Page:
Minor complications, including fever, chills, headache, and mild abdominal pain, occurred in 12 patients (23%) and were relieved by conservative management. One patient (2%) developed bowel ischemia. The patient was a 70-year-old man who was hospitalized for sepsis and had underlying liver cirrhosis. Superior mesenteric arteriography revealed hypervascularity at the cecum and terminal ileum. Gelatin sponge embolization was performed at the level of the vasa recta, and bleeding stopped. A few days after TAE, endoscopy revealed bowel ischemia. On the eighth day after TAE, he expired from the worsened septic condition.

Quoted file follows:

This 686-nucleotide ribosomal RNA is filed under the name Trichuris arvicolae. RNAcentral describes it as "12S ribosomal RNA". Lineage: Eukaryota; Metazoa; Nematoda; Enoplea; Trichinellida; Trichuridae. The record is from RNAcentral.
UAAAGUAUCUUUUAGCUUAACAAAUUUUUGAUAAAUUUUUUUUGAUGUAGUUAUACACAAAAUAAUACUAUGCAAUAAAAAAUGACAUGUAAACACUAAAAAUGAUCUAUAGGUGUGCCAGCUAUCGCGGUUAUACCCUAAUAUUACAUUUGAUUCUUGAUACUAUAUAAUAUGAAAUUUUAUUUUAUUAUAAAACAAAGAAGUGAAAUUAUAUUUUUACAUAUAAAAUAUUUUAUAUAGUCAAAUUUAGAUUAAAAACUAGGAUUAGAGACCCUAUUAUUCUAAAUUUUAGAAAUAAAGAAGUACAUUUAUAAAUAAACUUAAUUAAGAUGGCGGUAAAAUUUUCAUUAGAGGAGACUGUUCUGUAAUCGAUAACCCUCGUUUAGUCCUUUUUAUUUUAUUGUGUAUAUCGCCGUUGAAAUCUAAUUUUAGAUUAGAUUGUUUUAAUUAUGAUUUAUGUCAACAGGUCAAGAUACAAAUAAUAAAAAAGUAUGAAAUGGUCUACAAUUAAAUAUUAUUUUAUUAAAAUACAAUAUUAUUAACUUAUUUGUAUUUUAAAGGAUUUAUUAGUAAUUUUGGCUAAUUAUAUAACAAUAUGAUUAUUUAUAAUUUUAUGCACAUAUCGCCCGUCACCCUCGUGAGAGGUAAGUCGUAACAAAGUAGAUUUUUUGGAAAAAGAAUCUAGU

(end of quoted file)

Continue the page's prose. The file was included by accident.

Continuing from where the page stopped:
5. Discussion


Since TAE for intra-abdominal bleeding was introduced in 1965 (15), it has been considered a good alternative therapeutic method when gastrointestinal bleeding is refractory or impossible to treat with endoscopy. Advances in microcatheter systems have made superselective TAE possible and decreased complications, including bowel ischemia and recurrent bleeding via collateral flow.


Current studies report high technical success rates for superselective TAE for lower GI bleeding, ranging from 85 to 100% (2, 16 - 22). In this study, technical success was achieved in 52 patients (100%), which is comparable to rates in other studies. Generally, technical difficulty, vasospasm, and prior surgery are the causes of embolization failure (16). However, no such obstacles affected the outcomes of embolization in the present study.